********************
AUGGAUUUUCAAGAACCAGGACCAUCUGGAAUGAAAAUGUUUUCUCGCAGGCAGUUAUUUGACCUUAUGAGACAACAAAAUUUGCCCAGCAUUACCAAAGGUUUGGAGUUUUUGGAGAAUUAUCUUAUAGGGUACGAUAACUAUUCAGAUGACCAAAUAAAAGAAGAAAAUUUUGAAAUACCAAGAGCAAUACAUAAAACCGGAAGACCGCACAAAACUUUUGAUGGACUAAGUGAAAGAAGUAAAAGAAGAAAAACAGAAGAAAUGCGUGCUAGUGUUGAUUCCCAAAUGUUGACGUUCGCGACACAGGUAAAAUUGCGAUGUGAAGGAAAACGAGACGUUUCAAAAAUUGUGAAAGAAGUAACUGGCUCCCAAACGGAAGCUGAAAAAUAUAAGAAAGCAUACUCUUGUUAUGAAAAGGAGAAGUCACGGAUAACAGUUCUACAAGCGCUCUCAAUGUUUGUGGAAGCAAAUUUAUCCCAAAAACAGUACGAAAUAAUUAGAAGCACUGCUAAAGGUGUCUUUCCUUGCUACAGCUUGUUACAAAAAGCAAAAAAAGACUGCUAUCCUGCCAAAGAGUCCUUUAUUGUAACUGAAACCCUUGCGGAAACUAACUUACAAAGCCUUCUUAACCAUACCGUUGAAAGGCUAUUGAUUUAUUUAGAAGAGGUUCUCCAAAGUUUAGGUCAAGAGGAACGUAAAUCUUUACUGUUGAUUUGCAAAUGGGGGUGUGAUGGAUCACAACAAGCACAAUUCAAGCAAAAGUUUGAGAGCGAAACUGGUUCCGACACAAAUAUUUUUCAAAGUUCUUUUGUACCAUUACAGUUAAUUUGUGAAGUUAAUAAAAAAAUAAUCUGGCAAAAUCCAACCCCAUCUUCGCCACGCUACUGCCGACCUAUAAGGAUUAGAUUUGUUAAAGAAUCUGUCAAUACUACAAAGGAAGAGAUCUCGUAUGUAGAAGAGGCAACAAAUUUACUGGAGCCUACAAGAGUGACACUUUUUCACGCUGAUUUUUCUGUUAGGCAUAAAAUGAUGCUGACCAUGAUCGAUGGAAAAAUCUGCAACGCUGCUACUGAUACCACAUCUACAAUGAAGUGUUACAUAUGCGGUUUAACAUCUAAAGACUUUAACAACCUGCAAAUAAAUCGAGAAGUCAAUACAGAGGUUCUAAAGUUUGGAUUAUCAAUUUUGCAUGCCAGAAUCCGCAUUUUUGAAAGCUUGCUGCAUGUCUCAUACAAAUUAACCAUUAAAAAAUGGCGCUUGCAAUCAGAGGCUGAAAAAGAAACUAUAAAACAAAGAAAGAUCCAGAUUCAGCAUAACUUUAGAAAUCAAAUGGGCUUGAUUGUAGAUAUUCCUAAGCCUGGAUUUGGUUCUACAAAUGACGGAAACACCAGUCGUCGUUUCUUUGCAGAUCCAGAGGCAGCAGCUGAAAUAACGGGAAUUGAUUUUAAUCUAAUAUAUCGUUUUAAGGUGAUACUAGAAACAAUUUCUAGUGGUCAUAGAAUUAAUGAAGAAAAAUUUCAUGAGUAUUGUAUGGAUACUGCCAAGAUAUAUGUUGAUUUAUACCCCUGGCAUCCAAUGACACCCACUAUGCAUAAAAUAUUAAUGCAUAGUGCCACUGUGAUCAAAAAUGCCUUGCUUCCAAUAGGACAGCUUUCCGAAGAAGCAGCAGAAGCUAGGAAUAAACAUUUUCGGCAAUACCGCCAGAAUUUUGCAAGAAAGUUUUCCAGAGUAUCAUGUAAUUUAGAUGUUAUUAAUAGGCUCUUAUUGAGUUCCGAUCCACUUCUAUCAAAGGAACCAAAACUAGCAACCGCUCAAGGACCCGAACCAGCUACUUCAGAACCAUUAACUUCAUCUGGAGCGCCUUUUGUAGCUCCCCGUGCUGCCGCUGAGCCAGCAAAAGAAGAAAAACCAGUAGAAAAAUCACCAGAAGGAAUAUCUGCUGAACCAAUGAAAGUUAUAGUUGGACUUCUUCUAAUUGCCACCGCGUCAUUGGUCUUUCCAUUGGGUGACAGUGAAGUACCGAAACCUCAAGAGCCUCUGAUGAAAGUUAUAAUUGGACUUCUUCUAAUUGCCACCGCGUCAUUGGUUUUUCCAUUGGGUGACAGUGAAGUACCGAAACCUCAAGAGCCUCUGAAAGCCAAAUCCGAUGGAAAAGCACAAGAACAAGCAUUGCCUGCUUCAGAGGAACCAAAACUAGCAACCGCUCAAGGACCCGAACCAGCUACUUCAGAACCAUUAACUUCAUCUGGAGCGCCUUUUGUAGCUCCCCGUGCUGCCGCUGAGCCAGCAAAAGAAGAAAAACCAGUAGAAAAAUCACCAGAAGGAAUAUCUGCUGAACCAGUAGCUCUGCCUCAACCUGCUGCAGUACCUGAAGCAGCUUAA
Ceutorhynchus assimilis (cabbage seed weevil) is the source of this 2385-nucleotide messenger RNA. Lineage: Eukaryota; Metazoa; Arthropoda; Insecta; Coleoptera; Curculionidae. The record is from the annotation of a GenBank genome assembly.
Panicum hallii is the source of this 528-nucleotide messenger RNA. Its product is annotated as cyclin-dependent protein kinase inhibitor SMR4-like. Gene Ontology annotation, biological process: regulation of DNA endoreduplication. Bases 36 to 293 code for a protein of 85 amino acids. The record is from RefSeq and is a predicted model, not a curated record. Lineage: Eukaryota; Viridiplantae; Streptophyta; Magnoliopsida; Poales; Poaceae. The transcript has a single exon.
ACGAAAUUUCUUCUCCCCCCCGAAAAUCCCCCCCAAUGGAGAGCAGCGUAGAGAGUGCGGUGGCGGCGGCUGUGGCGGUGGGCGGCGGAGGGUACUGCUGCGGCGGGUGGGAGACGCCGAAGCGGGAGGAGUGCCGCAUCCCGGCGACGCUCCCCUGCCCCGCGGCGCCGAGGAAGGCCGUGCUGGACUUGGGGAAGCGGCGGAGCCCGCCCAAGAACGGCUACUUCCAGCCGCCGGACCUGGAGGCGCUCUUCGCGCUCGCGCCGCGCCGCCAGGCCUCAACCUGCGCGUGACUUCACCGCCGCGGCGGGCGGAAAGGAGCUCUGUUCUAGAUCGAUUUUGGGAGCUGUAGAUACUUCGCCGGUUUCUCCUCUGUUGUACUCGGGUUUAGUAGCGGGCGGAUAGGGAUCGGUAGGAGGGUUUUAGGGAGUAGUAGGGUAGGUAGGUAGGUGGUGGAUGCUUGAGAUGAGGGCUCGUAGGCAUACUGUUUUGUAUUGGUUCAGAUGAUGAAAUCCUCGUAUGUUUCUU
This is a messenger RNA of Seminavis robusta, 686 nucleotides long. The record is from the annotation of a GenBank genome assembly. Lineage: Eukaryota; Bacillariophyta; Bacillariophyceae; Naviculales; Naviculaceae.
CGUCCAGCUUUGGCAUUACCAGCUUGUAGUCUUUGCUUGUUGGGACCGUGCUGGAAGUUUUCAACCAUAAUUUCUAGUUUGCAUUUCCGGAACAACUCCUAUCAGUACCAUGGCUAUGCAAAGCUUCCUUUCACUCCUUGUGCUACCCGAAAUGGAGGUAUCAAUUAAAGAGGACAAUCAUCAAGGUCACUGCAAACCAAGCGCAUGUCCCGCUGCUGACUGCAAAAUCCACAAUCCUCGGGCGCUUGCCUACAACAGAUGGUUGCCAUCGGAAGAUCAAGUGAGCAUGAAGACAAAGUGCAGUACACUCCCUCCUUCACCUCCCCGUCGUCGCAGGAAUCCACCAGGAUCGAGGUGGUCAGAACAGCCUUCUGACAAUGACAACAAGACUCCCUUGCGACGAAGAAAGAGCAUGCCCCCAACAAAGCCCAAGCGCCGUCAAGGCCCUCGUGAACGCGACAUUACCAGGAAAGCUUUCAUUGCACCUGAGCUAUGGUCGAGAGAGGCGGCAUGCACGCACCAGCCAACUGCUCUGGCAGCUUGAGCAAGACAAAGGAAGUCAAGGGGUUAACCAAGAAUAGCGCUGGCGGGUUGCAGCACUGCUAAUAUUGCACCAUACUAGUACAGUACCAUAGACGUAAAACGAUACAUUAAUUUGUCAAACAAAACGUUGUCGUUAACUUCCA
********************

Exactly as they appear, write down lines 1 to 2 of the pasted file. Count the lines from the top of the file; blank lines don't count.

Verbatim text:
AUGGAUUUUCAAGAACCAGGACCAUCUGGAAUGAAAAUGUUUUCUCGCAGGCAGUUAUUUGACCUUAUGAGACAACAAAAUUUGCCCAGCAUUACCAAAGGUUUGGAGUUUUUGGAGAAUUAUCUUAUAGGGUACGAUAACUAUUCAGAUGACCAAAUAAAAGAAGAAAAUUUUGAAAUACCAAGAGCAAUACAUAAAACCGGAAGACCGCACAAAACUUUUGAUGGACUAAGUGAAAGAAGUAAAAGAAGAAAAACAGAAGAAAUGCGUGCUAGUGUUGAUUCCCAAAUGUUGACGUUCGCGACACAGGUAAAAUUGCGAUGUGAAGGAAAACGAGACGUUUCAAAAAUUGUGAAAGAAGUAACUGGCUCCCAAACGGAAGCUGAAAAAUAUAAGAAAGCAUACUCUUGUUAUGAAAAGGAGAAGUCACGGAUAACAGUUCUACAAGCGCUCUCAAUGUUUGUGGAAGCAAAUUUAUCCCAAAAACAGUACGAAAUAAUUAGAAGCACUGCUAAAGGUGUCUUUCCUUGCUACAGCUUGUUACAAAAAGCAAAAAAAGACUGCUAUCCUGCCAAAGAGUCCUUUAUUGUAACUGAAACCCUUGCGGAAACUAACUUACAAAGCCUUCUUAACCAUACCGUUGAAAGGCUAUUGAUUUAUUUAGAAGAGGUUCUCCAAAGUUUAGGUCAAGAGGAACGUAAAUCUUUACUGUUGAUUUGCAAAUGGGGGUGUGAUGGAUCACAACAAGCACAAUUCAAGCAAAAGUUUGAGAGCGAAACUGGUUCCGACACAAAUAUUUUUCAAAGUUCUUUUGUACCAUUACAGUUAAUUUGUGAAGUUAAUAAAAAAAUAAUCUGGCAAAAUCCAACCCCAUCUUCGCCACGCUACUGCCGACCUAUAAGGAUUAGAUUUGUUAAAGAAUCUGUCAAUACUACAAAGGAAGAGAUCUCGUAUGUAGAAGAGGCAACAAAUUUACUGGAGCCUACAAGAGUGACACUUUUUCACGCUGAUUUUUCUGUUAGGCAUAAAAUGAUGCUGACCAUGAUCGAUGGAAAAAUCUGCAACGCUGCUACUGAUACCACAUCUACAAUGAAGUGUUACAUAUGCGGUUUAACAUCUAAAGACUUUAACAACCUGCAAAUAAAUCGAGAAGUCAAUACAGAGGUUCUAAAGUUUGGAUUAUCAAUUUUGCAUGCCAGAAUCCGCAUUUUUGAAAGCUUGCUGCAUGUCUCAUACAAAUUAACCAUUAAAAAAUGGCGCUUGCAAUCAGAGGCUGAAAAAGAAACUAUAAAACAAAGAAAGAUCCAGAUUCAGCAUAACUUUAGAAAUCAAAUGGGCUUGAUUGUAGAUAUUCCUAAGCCUGGAUUUGGUUCUACAAAUGACGGAAACACCAGUCGUCGUUUCUUUGCAGAUCCAGAGGCAGCAGCUGAAAUAACGGGAAUUGAUUUUAAUCUAAUAUAUCGUUUUAAGGUGAUACUAGAAACAAUUUCUAGUGGUCAUAGAAUUAAUGAAGAAAAAUUUCAUGAGUAUUGUAUGGAUACUGCCAAGAUAUAUGUUGAUUUAUACCCCUGGCAUCCAAUGACACCCACUAUGCAUAAAAUAUUAAUGCAUAGUGCCACUGUGAUCAAAAAUGCCUUGCUUCCAAUAGGACAGCUUUCCGAAGAAGCAGCAGAAGCUAGGAAUAAACAUUUUCGGCAAUACCGCCAGAAUUUUGCAAGAAAGUUUUCCAGAGUAUCAUGUAAUUUAGAUGUUAUUAAUAGGCUCUUAUUGAGUUCCGAUCCACUUCUAUCAAAGGAACCAAAACUAGCAACCGCUCAAGGACCCGAACCAGCUACUUCAGAACCAUUAACUUCAUCUGGAGCGCCUUUUGUAGCUCCCCGUGCUGCCGCUGAGCCAGCAAAAGAAGAAAAACCAGUAGAAAAAUCACCAGAAGGAAUAUCUGCUGAACCAAUGAAAGUUAUAGUUGGACUUCUUCUAAUUGCCACCGCGUCAUUGGUCUUUCCAUUGGGUGACAGUGAAGUACCGAAACCUCAAGAGCCUCUGAUGAAAGUUAUAAUUGGACUUCUUCUAAUUGCCACCGCGUCAUUGGUUUUUCCAUUGGGUGACAGUGAAGUACCGAAACCUCAAGAGCCUCUGAAAGCCAAAUCCGAUGGAAAAGCACAAGAACAAGCAUUGCCUGCUUCAGAGGAACCAAAACUAGCAACCGCUCAAGGACCCGAACCAGCUACUUCAGAACCAUUAACUUCAUCUGGAGCGCCUUUUGUAGCUCCCCGUGCUGCCGCUGAGCCAGCAAAAGAAGAAAAACCAGUAGAAAAAUCACCAGAAGGAAUAUCUGCUGAACCAGUAGCUCUGCCUCAACCUGCUGCAGUACCUGAAGCAGCUUAA
Ceutorhynchus assimilis (cabbage seed weevil) is the source of this 2385-nucleotide messenger RNA. Lineage: Eukaryota; Metazoa; Arthropoda; Insecta; Coleoptera; Curculionidae. The record is from the annotation of a GenBank genome assembly.